Glossary of Terms
Accreditation Council for Continuing Medical Education (ACCME) works toward the identification, development, and promotion of standards for quality continuing medical education (CME) utilized by physicians in their maintenance of competence and incorporation of new knowledge to improve quality medical care for patients and their communities.
Active is collaboration in the design and/or implementation of a QI effort over an appropriate period of time.
Aim is a clearly articulated statement that provides both the foundation and the focus of a problem solving effort. An aim statement should be specific, measurable, achievable, realistic, and timely (SMART) and should answer the questions how good, by when, and for whom (or for what system).
Appropriate is how well a process, measure, data collection policy, collection frequency, etc. addresses its intended purpose. Determining appropriateness for QI efforts requires evaluation of how well the QI effort is aligned with the organization’s vision, mission, and goals.
Attestation is the process by which the physician declares in writing that he or she has participated in the stated activity. An attestation statement is a document provided by the Portfolio Program that the physician must complete in order to receive MOC Part IV credit for participating in an approved QI effort.
Balancing measure (or counter-balance measure) is a measure that is related to or affected by an improvement cycle. To achieve improvement in some measures while degrading performance in others usually is not acceptable. In making changes to improve outcome or process measures, balancing measures are those related measures that should be maintained or improved.
Data are documented observations, including those that result from a measurement process. When dealing with continuous measurements or counts of observations, patterns are often easier to recognize when the data are plotted over time. Plotting data over time maximizes the learning from data.
Health Insurance Portability and Accountability Act (HIPAA) sets national standards for the security of electronic protected health information; and the confidentiality provisions of the Patient Safety Rule, which protect identifiable information being used to analyze patient safety events and improve patient safety.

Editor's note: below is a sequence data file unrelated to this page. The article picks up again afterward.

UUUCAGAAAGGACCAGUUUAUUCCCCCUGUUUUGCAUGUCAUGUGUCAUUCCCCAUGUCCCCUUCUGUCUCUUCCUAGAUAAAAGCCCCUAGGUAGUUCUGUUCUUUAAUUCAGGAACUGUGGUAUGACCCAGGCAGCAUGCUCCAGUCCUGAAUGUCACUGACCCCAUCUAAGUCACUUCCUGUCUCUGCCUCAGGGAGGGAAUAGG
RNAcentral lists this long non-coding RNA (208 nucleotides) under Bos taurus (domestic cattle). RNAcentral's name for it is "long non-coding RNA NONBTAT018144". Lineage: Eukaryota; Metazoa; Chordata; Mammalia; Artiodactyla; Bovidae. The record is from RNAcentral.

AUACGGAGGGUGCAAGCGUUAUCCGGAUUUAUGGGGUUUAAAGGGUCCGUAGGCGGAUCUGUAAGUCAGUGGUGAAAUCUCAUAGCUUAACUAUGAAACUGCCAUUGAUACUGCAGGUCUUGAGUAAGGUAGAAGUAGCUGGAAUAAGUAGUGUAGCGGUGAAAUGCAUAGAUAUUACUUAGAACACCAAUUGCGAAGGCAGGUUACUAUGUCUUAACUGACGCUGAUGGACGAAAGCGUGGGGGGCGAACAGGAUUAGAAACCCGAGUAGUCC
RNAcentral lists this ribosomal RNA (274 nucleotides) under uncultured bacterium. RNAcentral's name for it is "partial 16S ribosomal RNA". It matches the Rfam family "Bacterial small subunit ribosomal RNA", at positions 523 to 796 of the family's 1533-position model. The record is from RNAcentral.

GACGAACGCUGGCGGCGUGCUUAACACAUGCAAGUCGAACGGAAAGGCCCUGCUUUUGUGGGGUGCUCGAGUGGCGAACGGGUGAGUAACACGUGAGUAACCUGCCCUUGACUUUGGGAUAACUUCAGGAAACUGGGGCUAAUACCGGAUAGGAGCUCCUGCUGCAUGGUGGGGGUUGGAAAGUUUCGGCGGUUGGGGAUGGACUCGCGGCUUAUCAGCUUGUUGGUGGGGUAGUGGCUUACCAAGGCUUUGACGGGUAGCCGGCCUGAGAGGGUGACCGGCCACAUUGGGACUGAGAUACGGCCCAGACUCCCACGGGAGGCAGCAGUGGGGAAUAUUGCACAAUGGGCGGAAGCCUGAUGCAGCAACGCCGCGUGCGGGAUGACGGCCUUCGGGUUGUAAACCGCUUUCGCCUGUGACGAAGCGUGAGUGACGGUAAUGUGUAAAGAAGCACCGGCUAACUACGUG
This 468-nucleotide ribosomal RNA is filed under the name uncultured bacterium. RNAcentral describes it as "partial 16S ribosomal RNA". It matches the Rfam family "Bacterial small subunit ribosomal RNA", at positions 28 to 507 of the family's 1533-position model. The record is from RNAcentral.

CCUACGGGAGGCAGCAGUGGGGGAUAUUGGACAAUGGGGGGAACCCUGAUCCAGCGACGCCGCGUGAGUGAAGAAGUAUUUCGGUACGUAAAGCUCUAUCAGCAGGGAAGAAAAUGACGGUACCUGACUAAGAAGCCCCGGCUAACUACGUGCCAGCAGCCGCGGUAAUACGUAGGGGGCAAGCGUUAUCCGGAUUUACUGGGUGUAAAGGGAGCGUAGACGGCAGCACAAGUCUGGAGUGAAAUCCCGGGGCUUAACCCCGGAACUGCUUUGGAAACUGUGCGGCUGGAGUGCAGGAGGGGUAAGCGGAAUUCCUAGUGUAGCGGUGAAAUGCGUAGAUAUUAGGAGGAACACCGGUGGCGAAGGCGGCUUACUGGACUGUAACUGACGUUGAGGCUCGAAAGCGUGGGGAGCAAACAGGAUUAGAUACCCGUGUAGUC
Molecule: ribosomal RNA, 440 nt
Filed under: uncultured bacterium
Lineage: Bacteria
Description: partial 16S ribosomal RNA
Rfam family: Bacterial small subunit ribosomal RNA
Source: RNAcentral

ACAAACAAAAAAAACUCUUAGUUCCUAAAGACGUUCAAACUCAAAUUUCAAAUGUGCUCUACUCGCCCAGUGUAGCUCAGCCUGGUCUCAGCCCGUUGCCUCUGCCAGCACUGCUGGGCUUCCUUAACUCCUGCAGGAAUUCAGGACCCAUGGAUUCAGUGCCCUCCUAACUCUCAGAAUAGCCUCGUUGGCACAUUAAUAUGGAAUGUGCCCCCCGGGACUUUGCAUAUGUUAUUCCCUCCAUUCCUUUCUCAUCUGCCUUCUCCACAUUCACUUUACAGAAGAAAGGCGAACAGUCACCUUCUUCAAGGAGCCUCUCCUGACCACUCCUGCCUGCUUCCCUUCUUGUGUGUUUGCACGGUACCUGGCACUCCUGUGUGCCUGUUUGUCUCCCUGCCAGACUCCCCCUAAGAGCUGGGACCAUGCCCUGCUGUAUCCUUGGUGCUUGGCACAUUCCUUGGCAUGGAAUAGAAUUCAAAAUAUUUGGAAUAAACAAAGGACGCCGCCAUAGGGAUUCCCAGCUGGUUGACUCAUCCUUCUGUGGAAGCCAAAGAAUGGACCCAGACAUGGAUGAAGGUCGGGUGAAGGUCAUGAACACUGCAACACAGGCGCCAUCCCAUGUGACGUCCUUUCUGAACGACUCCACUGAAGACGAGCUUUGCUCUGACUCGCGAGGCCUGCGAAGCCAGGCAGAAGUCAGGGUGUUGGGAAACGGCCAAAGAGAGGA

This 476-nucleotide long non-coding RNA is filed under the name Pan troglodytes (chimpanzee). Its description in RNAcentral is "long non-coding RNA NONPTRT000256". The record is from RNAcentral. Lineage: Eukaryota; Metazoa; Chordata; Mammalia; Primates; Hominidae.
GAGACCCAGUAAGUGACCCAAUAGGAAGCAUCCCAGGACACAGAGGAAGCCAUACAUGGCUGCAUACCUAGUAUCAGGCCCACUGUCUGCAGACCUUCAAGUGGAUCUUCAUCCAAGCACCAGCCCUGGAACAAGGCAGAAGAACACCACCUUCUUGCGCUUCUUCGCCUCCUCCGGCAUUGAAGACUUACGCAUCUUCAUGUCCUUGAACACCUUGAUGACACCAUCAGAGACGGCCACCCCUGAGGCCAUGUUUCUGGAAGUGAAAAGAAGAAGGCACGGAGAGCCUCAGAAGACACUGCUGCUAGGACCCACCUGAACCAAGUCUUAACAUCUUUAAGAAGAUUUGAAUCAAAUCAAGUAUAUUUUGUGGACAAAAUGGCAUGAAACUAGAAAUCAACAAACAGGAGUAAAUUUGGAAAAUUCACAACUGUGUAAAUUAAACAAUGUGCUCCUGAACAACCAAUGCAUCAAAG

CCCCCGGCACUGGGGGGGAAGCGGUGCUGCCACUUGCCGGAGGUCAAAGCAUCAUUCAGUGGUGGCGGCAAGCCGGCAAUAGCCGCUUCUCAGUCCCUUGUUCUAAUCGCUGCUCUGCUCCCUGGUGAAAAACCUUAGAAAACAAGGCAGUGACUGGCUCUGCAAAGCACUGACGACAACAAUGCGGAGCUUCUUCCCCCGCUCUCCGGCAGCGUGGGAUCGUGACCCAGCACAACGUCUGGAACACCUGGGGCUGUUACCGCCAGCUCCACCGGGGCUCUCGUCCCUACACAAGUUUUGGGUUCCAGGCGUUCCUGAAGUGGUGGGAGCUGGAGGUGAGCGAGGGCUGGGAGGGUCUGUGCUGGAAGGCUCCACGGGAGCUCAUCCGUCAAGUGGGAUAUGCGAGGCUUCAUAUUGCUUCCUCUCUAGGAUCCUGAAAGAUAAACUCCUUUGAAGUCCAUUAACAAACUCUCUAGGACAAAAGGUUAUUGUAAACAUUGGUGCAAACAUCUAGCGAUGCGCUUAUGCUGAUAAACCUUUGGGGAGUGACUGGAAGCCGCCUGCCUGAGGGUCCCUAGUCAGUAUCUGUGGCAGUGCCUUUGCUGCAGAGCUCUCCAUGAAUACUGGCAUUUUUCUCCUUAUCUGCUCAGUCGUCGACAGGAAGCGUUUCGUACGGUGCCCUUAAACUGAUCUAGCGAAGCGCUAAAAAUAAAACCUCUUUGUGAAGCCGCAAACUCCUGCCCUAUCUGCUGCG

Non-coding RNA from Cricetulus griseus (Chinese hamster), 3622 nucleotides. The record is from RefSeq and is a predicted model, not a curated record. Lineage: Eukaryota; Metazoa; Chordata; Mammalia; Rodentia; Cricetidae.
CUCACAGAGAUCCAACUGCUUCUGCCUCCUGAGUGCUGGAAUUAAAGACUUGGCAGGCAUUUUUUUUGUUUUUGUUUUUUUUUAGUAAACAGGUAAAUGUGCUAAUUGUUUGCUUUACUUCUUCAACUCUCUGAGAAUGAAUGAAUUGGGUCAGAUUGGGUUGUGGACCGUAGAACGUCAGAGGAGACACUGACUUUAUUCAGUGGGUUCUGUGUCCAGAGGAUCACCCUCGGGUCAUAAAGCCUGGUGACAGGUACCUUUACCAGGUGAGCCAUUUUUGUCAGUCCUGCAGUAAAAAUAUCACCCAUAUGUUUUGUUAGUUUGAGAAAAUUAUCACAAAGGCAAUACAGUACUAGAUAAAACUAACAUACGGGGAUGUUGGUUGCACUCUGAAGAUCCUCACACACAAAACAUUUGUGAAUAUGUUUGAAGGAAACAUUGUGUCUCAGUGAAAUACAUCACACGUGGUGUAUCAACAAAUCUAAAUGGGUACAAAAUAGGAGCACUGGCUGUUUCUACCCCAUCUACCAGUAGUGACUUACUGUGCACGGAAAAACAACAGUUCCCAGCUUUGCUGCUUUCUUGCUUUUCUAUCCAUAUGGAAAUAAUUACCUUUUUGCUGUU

Institute of Medicine (IOM) is an independent, nonprofit organization that works outside of government to provide unbiased and authoritative advice to decision makers and to the public. The IOM has outlined six Aims for Improvement for health care; safety, effectiveness, timeliness, equity, efficiency, and patient-centeredness.
Maintenance of Certification (MOC) assures that physicians certified by one the 24 ABMS Member Boards are committed to lifelong learning and competency in a specialty and/or subspecialty. MOC requires ongoing measurement of six core competencies; patient care, medical knowledge, interpersonal communication skills, professionalism, systems-based practice, and practice-based learning and improvement.
Meaningful participation is demonstration of having an active (see active) role in a QI effort over a period of time in which the physician implements the intervention(s) related to the QI effort, and collects (if data collection is not automated), submits, and reviews appropriate measurement data.
Patient is the person receiving health care, including preventive, promotional, acute, chronic, rehabilitative, and all other services in the continuum of care.
Physician practice is the scope of practice in which the physician is involved that provides direct patient care services, or serves to improve the health of a population (including occupational health, quality officers, military physicians, etc.)
Portfolio Sponsor is a sponsor organization (see sponsor organization) that is approved through this program to develop and oversee QI efforts and approve those efforts as eligible for MOC Part IV credit.
Relevant is directly connected and/or pertinent to the physician’s clinical practice.
Quality improvement (QI) is a formal approach to the analysis of performance in human systems and to systematic efforts to improve performance involving both prospective and retrospective reviews. Methodologies include FADE, PDSA/PDCA, Six Sigma (DMAIC), Continuous Quality Improvement (CQI), Total Quality Management (TQM), and LEAN. Each is a means to get to improvement and share the common principles of understanding systems, understanding variation in processes over time, understanding theories of knowledge, and understanding the psychology of change in complex organizations. QI methodologies avoid attributing blame while creating systems to prevent errors from happening.
Reflection (or learning) is the process of critically thinking about the activity, the results of the activity, and the impact of the activity on the physician, the physician’s practice, and the affected patient population.
Sponsor organization is any entity, regardless of size, with primary ownership of the design and execution of QI efforts. Sponsor organizations may include academic medical centers, accountable care organizations, cooperatives or collaboratives, foundations, health systems, hospitals (for-profit or not-for-profit), independent practice associations, insurance providers or payers, physician hospital organizations, quality improvement organizations, societies, or associations.